The perlite-based insulation board of the present invention comprises, by dry weight, between about 45% and about 76% expanded perlite; between about 15% and about 45% cellulosic fibers; between about 0.1% and about 10% latex binder; between about 2% and about 9% bituminous material; and about 0% to about 3% alum and, preferably, between about 50% and about 72% expanded perlite; between about 23% and about 35% cellulosic fibers; between about 1% and about 8% latex binder; between about 2% and about 9% bituminous material; and about 0% to about 3% alum. The preferred fibers in the perlite-based insulation board are recycled newsprint fibers. However, while recycled newsprint fibers are preferred other cellulosic fibers can be used in limited amounts as a portion of the fibers in the perlite-based insulation board of the present invention. Preferably, non-cellulosic fibers are not used in the perlite-based insulation board of the present invention, thereby avoiding certain problems associated with non-cellulosic fibers, such as chemical incompatibility with wood pulp, environmental problems, relatively high costs, processing difficulties and other problems.

DESCRIPTION OF THE PREFERRED EMBODIMENTS

The perlite-based insulation boards of the present invention preferably have densities between about 8 and about 15 pounds per cubic foot; are typically two by four feet, four by four feet or four by eight feet in width and length; and range from about 1/2 of an inch to about 11/2 inches in thickness. If desired, insulation boards of greater thicknesses can be formed by adhesively bonding and laminating two or more of the perlite-based insulation boards together.

The perlite-based insulation board of the present invention comprises, by dry weight, between about 45% and about 76% expanded perlite; between about 15% and about 45% cellulosic fibers; between about 0.1% and about 10% latex binder; between about 2% and about 9% bituminous material; and about 0% to about 3% alum and, preferably, between about 50% and about 72% expanded perlite; between about 23% and about 35% cellulosic fibers; between about 1% and about 8% latex binder; between about 2% and about 9% bituminous material; and about 0% to about 3% alum. While other cellulosic fibers can be included in the product, e.g. up to about 45% by dry weight of the fibers in the product, preferably, the cellulosic fibers are recycled newsprint fibers. As used herein, the term recycled newsprint fibers also includes recycled telephone book fibers and similar fibers.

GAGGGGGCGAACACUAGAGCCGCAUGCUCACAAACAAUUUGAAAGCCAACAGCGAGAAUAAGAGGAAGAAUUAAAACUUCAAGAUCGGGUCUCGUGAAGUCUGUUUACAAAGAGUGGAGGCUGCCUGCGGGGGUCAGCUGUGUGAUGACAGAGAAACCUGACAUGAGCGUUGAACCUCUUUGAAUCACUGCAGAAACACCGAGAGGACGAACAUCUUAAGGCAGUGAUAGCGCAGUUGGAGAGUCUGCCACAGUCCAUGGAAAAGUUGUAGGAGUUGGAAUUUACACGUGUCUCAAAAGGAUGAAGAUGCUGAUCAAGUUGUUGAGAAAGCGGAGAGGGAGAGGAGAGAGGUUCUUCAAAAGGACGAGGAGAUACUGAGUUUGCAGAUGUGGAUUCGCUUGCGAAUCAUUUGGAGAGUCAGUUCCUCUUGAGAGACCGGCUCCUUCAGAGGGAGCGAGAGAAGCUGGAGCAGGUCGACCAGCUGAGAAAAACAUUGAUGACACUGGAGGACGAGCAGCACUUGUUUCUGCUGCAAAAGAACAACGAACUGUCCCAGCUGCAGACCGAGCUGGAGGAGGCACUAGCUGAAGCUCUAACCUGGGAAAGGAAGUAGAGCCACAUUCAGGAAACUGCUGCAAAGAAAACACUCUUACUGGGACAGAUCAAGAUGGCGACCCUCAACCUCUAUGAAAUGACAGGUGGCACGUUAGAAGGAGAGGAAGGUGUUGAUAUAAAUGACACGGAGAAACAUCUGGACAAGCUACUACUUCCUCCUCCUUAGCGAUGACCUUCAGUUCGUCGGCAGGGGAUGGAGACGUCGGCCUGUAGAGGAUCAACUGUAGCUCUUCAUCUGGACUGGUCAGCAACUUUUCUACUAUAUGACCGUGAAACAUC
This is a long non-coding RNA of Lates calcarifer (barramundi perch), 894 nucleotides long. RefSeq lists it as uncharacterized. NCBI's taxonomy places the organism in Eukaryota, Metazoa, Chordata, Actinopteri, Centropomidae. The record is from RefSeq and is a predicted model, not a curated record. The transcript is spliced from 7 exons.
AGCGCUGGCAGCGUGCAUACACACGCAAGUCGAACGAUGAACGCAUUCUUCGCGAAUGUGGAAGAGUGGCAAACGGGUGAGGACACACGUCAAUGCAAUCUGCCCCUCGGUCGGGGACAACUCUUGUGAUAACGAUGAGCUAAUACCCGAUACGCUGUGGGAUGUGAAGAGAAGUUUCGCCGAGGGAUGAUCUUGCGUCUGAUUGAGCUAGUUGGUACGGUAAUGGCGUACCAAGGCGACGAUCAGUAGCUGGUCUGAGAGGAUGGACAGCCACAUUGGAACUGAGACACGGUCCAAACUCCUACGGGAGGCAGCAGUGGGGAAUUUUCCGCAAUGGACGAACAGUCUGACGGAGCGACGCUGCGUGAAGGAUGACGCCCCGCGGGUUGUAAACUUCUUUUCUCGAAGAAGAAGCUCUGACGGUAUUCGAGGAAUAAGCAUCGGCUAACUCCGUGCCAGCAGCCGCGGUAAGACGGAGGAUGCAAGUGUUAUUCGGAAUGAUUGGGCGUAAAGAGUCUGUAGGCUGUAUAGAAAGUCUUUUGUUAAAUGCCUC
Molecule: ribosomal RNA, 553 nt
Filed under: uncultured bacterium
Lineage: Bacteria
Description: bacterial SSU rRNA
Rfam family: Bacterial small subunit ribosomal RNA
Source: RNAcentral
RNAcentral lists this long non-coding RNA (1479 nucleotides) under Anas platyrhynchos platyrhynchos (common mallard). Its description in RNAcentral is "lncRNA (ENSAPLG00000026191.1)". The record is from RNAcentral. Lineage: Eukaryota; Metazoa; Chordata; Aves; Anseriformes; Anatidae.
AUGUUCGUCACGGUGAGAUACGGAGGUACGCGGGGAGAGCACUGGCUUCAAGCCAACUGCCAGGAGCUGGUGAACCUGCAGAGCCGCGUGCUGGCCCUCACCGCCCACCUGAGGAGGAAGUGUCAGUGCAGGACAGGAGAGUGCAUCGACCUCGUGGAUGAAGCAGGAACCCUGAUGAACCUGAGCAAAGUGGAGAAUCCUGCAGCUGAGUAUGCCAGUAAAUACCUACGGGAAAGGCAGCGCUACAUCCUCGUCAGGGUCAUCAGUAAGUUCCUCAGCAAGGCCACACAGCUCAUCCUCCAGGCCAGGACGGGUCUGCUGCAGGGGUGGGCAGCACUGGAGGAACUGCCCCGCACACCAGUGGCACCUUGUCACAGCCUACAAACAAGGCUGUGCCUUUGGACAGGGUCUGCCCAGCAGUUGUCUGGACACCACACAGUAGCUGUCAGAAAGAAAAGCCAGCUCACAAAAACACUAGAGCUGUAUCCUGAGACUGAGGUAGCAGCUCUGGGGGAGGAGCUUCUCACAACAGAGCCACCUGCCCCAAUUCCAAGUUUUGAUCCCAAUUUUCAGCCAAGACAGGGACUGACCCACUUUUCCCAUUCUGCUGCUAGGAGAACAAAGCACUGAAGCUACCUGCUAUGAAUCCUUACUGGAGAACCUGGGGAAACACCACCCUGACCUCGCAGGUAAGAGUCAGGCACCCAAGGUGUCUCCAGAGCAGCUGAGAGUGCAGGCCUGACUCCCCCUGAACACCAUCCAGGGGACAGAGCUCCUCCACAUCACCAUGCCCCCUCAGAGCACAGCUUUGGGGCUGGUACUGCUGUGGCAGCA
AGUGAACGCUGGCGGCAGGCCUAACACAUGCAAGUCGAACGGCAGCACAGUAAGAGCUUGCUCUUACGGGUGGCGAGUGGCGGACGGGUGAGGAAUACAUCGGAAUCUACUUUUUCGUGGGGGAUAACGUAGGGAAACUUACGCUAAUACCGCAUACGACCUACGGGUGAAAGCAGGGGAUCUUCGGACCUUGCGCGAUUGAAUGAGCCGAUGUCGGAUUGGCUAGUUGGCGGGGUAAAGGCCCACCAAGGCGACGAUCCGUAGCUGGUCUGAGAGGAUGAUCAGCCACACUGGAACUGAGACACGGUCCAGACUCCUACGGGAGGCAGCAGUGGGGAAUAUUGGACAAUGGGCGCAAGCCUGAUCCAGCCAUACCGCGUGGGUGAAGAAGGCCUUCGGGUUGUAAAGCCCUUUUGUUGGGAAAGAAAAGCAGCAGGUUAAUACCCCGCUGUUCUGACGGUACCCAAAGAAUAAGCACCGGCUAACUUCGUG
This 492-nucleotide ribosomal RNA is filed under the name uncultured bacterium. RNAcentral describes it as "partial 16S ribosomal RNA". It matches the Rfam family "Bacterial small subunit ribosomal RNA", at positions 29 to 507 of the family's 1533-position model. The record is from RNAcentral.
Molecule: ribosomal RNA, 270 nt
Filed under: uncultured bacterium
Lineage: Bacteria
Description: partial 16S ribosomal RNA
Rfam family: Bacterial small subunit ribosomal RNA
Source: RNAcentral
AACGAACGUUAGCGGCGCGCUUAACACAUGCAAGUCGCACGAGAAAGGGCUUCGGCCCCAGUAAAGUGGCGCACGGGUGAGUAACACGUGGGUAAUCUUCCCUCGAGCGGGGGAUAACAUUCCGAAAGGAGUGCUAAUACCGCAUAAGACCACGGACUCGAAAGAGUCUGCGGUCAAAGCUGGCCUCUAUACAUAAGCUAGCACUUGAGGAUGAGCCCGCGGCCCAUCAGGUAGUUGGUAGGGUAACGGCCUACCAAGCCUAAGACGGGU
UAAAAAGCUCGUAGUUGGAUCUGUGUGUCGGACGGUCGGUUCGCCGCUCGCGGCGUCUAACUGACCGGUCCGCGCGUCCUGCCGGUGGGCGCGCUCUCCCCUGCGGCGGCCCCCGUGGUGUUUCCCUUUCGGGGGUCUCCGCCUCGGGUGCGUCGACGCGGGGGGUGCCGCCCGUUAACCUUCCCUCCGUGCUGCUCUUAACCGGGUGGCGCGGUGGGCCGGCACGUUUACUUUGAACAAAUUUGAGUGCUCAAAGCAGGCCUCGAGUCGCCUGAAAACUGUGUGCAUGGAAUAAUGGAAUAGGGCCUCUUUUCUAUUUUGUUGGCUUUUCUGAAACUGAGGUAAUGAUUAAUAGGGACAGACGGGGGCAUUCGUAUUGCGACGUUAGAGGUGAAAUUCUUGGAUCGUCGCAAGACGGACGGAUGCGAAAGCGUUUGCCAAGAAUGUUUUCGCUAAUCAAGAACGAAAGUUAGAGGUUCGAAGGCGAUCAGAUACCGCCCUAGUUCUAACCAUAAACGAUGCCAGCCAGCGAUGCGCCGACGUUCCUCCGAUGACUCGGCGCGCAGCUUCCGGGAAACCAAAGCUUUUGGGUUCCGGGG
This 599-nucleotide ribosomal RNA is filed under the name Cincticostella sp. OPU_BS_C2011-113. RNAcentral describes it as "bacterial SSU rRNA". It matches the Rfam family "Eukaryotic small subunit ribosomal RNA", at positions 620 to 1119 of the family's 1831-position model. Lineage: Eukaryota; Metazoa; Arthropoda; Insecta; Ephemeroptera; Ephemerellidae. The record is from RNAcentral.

The perlite particles used in the insulation boards of the present invention are expanded perlite particles preferably having a density of about 3 to about 6 pounds per cubic foot. Since the expanded perlite particles are inorganic, the expanded perlite particles contribute to the fire resistance of the insulation board. In addition, the perlite particles have excellent thermal insulating properties and greatly enhance the overall thermal insulating properties of the insulating boards.

The cellulosic fibers are used in the perlite-based insulation boards primarily for the strength that the cellulosic fibers add to the insulating board through the hydrogen bonding between the cellulosic fibers and an interfelting of the cellulosic fibers with the expanded perlite particles which assists in holding the expanded perlite particles in place within the insulation boards. The cellulosic fibers also act as a bulking material to maintain the perlite-based insulation boards within the desired density range for such products.